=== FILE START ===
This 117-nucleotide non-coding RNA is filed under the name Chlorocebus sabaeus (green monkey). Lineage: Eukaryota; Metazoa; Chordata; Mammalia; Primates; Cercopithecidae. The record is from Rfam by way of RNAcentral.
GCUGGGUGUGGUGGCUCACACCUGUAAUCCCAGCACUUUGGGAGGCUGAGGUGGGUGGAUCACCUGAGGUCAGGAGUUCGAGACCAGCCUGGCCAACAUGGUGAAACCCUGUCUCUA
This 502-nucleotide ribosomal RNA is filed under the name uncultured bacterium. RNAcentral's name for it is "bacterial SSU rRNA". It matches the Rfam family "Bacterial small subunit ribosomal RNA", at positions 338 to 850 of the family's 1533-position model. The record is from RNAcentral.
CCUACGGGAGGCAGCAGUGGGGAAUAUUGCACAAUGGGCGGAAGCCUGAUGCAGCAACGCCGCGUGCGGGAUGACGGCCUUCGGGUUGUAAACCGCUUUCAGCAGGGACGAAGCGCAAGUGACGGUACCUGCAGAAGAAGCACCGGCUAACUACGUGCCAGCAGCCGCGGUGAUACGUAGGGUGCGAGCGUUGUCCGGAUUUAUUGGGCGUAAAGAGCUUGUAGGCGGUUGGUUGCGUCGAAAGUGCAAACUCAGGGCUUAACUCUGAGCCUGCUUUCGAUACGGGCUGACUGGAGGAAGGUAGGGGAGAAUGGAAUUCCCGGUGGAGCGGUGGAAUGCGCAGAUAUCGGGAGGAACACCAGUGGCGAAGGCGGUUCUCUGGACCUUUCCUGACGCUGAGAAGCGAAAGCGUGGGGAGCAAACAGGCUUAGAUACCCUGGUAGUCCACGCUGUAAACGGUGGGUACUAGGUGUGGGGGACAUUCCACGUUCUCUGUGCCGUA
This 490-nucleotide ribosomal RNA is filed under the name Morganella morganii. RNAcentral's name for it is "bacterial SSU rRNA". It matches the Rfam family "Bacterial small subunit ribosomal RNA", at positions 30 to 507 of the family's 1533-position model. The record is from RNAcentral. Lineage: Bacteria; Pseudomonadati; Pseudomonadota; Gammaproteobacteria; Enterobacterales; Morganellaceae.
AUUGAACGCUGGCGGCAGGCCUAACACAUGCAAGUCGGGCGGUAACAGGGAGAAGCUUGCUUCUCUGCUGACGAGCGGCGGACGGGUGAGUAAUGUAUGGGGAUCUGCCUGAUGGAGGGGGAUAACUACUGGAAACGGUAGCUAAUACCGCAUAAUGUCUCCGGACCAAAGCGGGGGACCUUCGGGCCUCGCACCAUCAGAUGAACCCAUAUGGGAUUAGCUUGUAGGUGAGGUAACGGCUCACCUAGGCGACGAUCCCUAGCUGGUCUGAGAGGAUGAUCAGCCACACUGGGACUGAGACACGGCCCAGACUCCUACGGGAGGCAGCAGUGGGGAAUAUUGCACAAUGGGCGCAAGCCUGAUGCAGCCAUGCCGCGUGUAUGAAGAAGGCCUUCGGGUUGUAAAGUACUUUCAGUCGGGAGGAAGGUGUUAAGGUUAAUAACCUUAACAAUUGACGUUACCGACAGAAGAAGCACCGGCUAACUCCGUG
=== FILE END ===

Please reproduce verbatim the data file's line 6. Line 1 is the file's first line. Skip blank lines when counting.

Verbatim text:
AUUGAACGCUGGCGGCAGGCCUAACACAUGCAAGUCGGGCGGUAACAGGGAGAAGCUUGCUUCUCUGCUGACGAGCGGCGGACGGGUGAGUAAUGUAUGGGGAUCUGCCUGAUGGAGGGGGAUAACUACUGGAAACGGUAGCUAAUACCGCAUAAUGUCUCCGGACCAAAGCGGGGGACCUUCGGGCCUCGCACCAUCAGAUGAACCCAUAUGGGAUUAGCUUGUAGGUGAGGUAACGGCUCACCUAGGCGACGAUCCCUAGCUGGUCUGAGAGGAUGAUCAGCCACACUGGGACUGAGACACGGCCCAGACUCCUACGGGAGGCAGCAGUGGGGAAUAUUGCACAAUGGGCGCAAGCCUGAUGCAGCCAUGCCGCGUGUAUGAAGAAGGCCUUCGGGUUGUAAAGUACUUUCAGUCGGGAGGAAGGUGUUAAGGUUAAUAACCUUAACAAUUGACGUUACCGACAGAAGAAGCACCGGCUAACUCCGUG